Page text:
2. Referees throughout the year should have plays sent to them that shows the difference between rough play and what is great defense or good rebounding position. Repeating,  constant training of officials is lacking in the college game today and if an official is resistant to change, he needs his schedule cut back until he can conform to what he is being told to do.

3. I love basketball coaches, they have such a positive influence on shaping the lives of young people today, it is a story that is never told enough. Basketball coaches do have too much influence on officiating, they get too involved in how the game is called and they are too involved in who calls their games. Let the process of who is a good official and who is not,  be left up to experts, i.e. evaluators, trainers, supervisors. Coaches should coach and referees should referee, plain and simple.

This year,  for all its many faults,  the NBA did a great job on cracking down early on players complaining about calls. Although at times the policy became a little too inconsistent and as the season wore on a little more lax in how referees handled complaining, it for the most part worked and it among many fans made the games much more enjoyable not seeing the constant bickering.

College basketball, it is ok to copy what works. Start enforcing rough play from the get-go of the season's opening tip-off and do not back down, until players and coaches learn that your serious about cleaning up rough play. Making it a point of emphasis, does not cut it anymore in basketball. Points of emphasis only work if they are carried out, not as they are at present, listened too and then disregarded and laughed at by many.

Every year I hear about how we are going to clean up the rough play in college basketball and every year once the season begins it becomes an after thought. NCAA and its conferences, put some teeth in curbing rough play. It is time that everyone comes to the party and the college game will be much better for it. Rough play will soon ruin college basketball, but it is never too late do something about it. It takes training and guts to enforce rules.

emails to

Sunday, June 26, 2011

From Orange Express To Mere Lemons

It hard to believe it has been 30 years since the great Oregon State Beaver basketball team of the 1980-81 season.

Known as the "Orange Express", the Beavers not only captivated the west coast, but the nation that year, going 26-2, being the number one ranked team in every poll you can think of for 25 straight weeks and then stunning everyone,  by losing to Kansas State in first round of the NCAA tournament. A horrible ending to a great regular season.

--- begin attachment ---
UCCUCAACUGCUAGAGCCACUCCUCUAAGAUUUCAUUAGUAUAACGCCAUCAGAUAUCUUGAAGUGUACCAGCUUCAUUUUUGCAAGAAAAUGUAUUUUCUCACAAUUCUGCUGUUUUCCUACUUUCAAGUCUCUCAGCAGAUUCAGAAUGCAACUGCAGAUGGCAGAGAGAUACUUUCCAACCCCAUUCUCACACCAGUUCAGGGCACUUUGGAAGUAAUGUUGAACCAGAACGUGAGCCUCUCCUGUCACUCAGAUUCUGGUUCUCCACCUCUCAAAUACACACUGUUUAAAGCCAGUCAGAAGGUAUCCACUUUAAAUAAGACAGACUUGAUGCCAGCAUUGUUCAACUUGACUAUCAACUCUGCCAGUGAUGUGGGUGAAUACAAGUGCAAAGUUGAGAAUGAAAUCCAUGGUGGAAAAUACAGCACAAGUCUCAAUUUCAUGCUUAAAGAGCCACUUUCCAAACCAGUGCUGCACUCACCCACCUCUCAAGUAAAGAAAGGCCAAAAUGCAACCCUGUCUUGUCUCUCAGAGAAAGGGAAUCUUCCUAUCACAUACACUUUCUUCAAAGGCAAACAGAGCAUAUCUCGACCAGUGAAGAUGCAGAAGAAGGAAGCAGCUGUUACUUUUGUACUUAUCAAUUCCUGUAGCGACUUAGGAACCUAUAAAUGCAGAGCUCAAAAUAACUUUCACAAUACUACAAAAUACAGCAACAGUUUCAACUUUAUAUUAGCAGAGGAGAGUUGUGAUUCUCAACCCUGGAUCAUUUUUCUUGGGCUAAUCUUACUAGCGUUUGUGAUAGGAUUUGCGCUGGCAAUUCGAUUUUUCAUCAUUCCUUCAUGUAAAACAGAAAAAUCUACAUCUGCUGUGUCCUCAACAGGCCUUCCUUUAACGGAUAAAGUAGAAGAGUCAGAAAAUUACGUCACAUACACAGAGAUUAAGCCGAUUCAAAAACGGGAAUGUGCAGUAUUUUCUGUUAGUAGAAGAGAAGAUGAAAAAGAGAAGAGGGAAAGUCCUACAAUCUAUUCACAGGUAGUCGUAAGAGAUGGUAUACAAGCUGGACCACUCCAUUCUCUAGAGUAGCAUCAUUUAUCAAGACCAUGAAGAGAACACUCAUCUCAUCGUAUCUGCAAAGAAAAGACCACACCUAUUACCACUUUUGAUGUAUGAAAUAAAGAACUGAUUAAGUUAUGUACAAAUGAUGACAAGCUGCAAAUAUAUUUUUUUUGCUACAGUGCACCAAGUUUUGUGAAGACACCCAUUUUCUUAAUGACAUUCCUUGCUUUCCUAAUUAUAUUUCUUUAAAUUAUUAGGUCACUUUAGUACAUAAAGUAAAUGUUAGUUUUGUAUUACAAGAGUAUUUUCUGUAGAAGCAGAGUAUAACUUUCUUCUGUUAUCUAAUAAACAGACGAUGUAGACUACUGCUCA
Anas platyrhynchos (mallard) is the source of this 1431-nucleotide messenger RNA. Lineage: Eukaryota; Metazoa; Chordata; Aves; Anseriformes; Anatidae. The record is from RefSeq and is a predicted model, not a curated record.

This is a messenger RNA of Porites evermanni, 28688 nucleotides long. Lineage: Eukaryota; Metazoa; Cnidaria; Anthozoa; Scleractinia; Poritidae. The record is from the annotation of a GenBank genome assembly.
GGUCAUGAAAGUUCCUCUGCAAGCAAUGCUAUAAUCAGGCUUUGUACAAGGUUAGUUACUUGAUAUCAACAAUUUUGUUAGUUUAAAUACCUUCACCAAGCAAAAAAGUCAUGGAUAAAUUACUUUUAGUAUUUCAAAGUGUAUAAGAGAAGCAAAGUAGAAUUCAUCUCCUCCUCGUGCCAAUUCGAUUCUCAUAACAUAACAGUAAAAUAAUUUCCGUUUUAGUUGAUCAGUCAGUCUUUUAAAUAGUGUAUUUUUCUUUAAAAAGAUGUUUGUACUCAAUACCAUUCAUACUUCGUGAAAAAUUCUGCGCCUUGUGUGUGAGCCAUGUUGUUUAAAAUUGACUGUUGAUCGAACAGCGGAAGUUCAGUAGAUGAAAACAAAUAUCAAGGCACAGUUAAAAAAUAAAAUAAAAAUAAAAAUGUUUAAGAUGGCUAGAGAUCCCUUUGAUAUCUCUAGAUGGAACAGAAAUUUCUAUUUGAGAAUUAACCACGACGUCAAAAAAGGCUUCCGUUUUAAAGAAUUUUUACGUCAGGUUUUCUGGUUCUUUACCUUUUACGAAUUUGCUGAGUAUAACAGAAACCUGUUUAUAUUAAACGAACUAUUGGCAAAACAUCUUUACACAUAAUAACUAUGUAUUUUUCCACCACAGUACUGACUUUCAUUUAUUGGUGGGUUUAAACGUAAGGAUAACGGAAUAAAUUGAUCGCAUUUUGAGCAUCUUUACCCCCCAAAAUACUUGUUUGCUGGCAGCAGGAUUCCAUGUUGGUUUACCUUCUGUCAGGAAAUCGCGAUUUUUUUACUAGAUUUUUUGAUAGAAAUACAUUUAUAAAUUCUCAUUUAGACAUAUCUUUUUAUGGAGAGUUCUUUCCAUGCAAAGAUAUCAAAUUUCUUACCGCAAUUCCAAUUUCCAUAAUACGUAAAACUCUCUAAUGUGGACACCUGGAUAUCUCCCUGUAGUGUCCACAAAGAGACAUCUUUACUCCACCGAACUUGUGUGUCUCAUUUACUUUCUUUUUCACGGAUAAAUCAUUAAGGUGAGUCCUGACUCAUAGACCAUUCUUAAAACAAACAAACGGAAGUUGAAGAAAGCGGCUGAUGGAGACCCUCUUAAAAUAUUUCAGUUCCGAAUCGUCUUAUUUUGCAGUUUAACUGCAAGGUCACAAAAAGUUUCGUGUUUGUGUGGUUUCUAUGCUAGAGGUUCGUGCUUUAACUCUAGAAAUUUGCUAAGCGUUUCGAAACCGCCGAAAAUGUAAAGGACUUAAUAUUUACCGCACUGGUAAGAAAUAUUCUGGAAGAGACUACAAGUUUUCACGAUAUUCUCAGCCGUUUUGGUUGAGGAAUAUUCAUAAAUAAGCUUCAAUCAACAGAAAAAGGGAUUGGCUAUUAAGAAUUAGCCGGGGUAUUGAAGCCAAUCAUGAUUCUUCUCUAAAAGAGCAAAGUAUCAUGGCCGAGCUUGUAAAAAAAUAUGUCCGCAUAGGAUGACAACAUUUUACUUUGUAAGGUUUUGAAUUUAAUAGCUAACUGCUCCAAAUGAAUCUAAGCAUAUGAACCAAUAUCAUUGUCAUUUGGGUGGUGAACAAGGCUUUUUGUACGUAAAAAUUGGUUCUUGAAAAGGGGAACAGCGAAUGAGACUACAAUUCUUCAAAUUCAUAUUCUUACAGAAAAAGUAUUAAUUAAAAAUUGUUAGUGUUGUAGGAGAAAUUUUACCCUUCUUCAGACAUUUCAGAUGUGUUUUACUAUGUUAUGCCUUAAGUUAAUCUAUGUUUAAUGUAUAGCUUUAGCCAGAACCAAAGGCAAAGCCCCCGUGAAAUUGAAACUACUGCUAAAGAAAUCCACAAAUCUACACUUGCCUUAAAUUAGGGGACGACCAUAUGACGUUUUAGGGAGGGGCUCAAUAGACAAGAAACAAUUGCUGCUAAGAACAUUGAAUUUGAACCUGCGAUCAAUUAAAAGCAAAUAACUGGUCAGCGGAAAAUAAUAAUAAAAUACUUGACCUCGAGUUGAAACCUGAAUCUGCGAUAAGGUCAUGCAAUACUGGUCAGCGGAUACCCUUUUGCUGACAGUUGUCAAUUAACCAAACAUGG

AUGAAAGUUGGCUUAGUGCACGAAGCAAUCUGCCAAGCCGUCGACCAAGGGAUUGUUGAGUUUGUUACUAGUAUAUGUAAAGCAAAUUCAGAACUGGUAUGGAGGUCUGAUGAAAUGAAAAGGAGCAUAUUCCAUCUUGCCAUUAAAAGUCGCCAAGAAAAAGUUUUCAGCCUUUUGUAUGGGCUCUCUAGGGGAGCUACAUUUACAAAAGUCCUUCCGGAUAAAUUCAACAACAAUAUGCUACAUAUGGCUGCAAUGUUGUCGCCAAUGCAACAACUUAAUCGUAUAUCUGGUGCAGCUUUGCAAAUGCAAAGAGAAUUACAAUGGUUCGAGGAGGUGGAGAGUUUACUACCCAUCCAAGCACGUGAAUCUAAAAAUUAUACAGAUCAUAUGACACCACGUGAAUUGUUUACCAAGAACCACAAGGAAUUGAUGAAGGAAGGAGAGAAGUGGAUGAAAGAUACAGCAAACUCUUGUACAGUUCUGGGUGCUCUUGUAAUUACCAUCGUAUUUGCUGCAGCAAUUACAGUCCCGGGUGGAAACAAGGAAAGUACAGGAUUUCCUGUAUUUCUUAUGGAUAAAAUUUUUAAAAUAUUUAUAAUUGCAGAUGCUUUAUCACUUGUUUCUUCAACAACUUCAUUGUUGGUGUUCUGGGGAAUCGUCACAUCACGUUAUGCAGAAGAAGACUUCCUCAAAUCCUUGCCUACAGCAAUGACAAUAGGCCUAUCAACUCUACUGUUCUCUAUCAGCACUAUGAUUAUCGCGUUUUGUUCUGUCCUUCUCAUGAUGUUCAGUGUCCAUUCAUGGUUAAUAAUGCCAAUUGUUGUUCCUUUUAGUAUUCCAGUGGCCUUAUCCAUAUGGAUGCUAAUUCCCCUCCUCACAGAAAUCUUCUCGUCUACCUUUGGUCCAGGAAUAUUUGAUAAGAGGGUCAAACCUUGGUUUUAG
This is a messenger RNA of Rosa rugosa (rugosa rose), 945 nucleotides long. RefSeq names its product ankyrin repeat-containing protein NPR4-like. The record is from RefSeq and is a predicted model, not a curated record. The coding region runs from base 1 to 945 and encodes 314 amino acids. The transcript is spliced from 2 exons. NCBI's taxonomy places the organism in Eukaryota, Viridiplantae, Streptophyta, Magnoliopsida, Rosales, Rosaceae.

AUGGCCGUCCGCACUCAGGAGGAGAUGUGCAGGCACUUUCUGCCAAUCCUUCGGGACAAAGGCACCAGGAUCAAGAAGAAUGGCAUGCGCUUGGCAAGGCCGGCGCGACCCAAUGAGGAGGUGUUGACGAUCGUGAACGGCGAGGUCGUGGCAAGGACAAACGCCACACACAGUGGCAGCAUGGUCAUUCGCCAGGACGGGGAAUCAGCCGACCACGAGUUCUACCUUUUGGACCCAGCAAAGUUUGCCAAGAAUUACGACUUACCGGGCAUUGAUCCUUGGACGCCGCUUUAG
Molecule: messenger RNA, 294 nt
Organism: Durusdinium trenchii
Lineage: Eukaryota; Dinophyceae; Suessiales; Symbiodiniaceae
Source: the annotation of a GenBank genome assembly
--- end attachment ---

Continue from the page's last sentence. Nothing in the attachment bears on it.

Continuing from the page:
And speaking of horrible, that is exactly what the Beavers have been almost year in and year out, since the retirement of Ralph Miller in 1989. Miller was not only a great winning coach in his 18 years at Oregon State, but he also thrilled all Oregonians in his tenure,  by seeming to get almost every year,  the top high school players in the Beaver State, to join his Beavers.

Since the Ralph Miller days at Oregon State, starting in 1990, the Beavers have had six coaches, including present coach Craig Robinson, not one of those coaches having a winning record. Hard times to say the least in Corvallis, of which nothing was harder than the short stint of  Kevin Mouton, who replaced Jay John in the middle of season and painfully the Beavers closed out the year going 0-13 under the direction of Mouton.

Hard times might not even come close to describing the Beavers in basketball since 1990. Telling is the fact despite the awful times in the last 20 years, Oregon State still has the 16th winningest all- time program in NCAA history, despite the fact the last appearance for the Beavers the 'big dance' was 1990.

Fast forward, to 2008, the first year of present coach Craig Robinson and expectations became high again as a new coach brings a fresh start and hopefully changes for the better.